Antipole cruises

The Hanseatic Cities

After the great family gathering in Amstelveen, we drove back to Flensburg.  What should have been a 5½ hour journey took 8½ hours due to a succession of road works and long queues on the autobahns, so we were very glad to get back on board and return to our cruising ways.

On the Saturday we had a fresh and fair breeze to take us out of the Flensburg Fjord and east to Bagenkop on the Danish island of Langeland, where we paused overnight.  The next day we had a good sail southwards  to the German coast, through the Fehmarn Sound and on south to the River Trave.  We entered through Travemünde and found a quiet anchorage in  the Pötenitzer Wiek, a nice lake off the river itself.  Then on Monday we travelled 10nm up the river, mostly motoring, to reach the historic city of Lübeck.

To understand about Lübeck, you need to know about the Hanseatic League.  Those familiar with this may want to skip the rest of this paragraph.  Back in the 12C a group of Middle Low German speakers started trading with Novgorod (in present day Russia), taking products such as cloth and salt fish and bringing back pelts, spices and silk which had reached Novgorod from the East along the Silk Road.  To negotiate with the Prince of Novgorod they formed themselves into a Hanseatic League or Hansa.  They prospered and soon developed their base in what became Lübeck, which was ideally situated on an island in the River Trave and also had canal access to the Elbe and hence Hamburg.  The Hansa merchants were granted complete control of Lübeck, establishing their own laws.  They ran it for their own benefit and became fabulously wealthy.  In due course other cities sprang up along the coast modelled on Lübeck.  The principle others included Wismar, Rostock, and Strahlsund.  There were a hundred lesser ones, forming a kind of free trade network – a predecessor of the European Free Trade Association.  In addition to the cities, many hundreds of Kontors or trading posts were established stretching from the Mediterranean to Iceland.  Kontors were outside the jurisdiction of the host country, much as an embassy is today.  There were several on the east coast of England, the principle one being on the Thames close to what is now Canon Street Station and known as the Steel Yard.  It became a walled compound and a self-contained community.    In the 15C, conflict flared up between the English and the Hansa, the English disliking the presence of foreigners and ignoring the Hansa privileges.  Trade wars and embargoes resulted until the Hansa took military action against England, helping Edward IV conquer the English throne in the Wars of the Roses.  [So anti-European suspicion is nothing new – we wait to see what happens this time around.]  Eventually, the monopoly of the Hansa declined as the trade with the Americas brought competition and by the late 16C it was no more.  Today the cities still style themselves Hanseatic, the national airline is Lufthansa and we see Hanse Yachts on the water.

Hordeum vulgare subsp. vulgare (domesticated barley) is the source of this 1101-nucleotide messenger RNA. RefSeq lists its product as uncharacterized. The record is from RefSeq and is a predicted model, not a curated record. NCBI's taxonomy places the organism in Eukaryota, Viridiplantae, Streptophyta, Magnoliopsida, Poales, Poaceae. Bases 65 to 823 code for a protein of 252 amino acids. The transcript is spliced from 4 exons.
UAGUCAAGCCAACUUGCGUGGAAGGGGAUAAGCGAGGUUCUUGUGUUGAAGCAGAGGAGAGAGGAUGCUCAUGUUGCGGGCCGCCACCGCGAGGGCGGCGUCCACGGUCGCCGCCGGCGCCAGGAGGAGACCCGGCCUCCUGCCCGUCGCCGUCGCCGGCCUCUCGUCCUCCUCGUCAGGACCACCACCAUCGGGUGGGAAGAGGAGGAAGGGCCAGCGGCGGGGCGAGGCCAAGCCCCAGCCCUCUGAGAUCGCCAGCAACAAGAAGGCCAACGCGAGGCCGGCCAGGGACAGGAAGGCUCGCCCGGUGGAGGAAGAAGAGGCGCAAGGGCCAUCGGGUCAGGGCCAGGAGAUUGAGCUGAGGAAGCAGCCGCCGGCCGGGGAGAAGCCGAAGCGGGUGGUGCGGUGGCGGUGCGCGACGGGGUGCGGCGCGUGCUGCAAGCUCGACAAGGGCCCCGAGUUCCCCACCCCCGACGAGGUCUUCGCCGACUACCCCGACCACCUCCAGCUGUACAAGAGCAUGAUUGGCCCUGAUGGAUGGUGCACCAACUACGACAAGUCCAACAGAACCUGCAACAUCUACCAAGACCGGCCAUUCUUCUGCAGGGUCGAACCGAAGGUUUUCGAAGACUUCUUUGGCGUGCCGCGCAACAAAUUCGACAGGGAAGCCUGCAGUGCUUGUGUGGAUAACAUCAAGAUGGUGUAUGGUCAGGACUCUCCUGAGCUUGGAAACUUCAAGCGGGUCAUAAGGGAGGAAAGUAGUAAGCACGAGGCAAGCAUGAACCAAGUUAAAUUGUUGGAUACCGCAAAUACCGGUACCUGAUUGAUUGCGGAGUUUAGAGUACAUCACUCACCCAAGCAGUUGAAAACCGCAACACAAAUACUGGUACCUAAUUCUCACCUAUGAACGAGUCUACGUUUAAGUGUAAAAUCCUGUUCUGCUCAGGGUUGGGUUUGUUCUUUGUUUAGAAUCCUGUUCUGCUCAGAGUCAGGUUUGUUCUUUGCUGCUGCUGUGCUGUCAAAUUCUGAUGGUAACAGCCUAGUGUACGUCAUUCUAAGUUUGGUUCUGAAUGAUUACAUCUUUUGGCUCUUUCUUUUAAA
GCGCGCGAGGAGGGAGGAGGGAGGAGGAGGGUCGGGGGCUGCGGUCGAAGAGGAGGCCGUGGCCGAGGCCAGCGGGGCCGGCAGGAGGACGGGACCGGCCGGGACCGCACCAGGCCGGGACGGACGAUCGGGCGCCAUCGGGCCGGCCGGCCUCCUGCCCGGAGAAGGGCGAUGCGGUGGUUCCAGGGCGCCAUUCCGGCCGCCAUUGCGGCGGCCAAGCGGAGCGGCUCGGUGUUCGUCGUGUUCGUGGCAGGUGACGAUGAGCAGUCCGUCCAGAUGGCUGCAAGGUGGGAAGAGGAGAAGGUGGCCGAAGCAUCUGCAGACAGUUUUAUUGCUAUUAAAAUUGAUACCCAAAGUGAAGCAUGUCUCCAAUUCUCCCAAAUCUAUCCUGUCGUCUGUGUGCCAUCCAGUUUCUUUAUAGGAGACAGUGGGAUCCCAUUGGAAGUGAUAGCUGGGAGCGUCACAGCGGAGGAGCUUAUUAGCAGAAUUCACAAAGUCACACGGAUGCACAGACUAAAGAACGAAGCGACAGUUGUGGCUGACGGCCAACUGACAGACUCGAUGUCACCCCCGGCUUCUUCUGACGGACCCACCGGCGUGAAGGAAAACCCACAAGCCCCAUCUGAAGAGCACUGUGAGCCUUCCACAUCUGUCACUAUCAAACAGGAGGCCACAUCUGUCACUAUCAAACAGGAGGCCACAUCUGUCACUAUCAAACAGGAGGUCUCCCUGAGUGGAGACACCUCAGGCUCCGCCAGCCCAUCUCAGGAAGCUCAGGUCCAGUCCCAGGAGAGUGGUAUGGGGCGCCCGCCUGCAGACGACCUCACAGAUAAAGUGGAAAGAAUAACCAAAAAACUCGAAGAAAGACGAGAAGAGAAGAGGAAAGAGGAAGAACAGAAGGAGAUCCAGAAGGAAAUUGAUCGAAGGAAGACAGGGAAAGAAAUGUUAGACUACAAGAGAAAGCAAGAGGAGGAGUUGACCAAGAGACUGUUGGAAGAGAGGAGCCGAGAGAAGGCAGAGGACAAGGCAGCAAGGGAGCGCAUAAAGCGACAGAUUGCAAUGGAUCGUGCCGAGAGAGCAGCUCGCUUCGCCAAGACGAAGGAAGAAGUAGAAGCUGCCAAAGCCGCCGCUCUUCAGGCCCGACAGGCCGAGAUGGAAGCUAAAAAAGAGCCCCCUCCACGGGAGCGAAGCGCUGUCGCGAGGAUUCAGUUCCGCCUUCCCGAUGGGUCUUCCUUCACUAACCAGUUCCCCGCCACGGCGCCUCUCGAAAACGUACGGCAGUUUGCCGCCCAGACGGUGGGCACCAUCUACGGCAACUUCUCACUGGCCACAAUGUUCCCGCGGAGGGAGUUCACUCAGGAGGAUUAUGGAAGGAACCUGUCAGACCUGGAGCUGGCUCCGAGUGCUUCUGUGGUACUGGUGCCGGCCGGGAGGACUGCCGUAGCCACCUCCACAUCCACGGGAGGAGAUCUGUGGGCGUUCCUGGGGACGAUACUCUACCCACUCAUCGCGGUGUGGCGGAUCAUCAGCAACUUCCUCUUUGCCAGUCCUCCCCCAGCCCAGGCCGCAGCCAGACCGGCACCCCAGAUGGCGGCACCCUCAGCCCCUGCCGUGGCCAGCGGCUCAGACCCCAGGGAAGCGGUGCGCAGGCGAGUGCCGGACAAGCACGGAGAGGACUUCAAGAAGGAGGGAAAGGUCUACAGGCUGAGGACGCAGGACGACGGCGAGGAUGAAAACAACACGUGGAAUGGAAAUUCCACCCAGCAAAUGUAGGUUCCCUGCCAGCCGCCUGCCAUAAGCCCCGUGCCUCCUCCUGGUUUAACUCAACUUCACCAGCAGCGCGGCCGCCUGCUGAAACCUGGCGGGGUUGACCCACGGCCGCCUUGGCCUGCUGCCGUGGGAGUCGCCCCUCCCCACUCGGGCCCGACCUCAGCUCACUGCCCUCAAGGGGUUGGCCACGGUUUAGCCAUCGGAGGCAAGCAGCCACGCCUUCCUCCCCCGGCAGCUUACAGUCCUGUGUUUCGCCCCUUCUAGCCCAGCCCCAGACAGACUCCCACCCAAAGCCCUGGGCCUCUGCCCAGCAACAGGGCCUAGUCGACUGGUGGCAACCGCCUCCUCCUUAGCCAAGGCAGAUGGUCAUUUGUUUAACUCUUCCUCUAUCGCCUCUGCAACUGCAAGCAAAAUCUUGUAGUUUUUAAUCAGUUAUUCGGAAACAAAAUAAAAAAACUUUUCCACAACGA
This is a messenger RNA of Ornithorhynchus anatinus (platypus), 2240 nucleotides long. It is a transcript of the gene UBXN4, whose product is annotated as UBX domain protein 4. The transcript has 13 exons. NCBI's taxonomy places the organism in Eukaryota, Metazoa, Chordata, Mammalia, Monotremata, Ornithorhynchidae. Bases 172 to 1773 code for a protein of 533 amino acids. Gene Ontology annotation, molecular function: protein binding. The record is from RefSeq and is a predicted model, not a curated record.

We loved Lübeck, spending three days exploring the city, visiting the European Hanseatic  Museum and having a tour of the extraordinary city hall, where the Hansa ran their league.  We also discovered Hüxstraße, full of delightful cafés and restaurants but off the tourist route.

We left Lübeck and stopped overnight in an anchorage down the river before setting off for Wismar the next morning.  As we approached Wismar we found it very warm and did not fancy going straight into a city again, so we anchored off in the Wismar Bucht.  We had a lovely evening and swam repeatedly, even just before going to bed.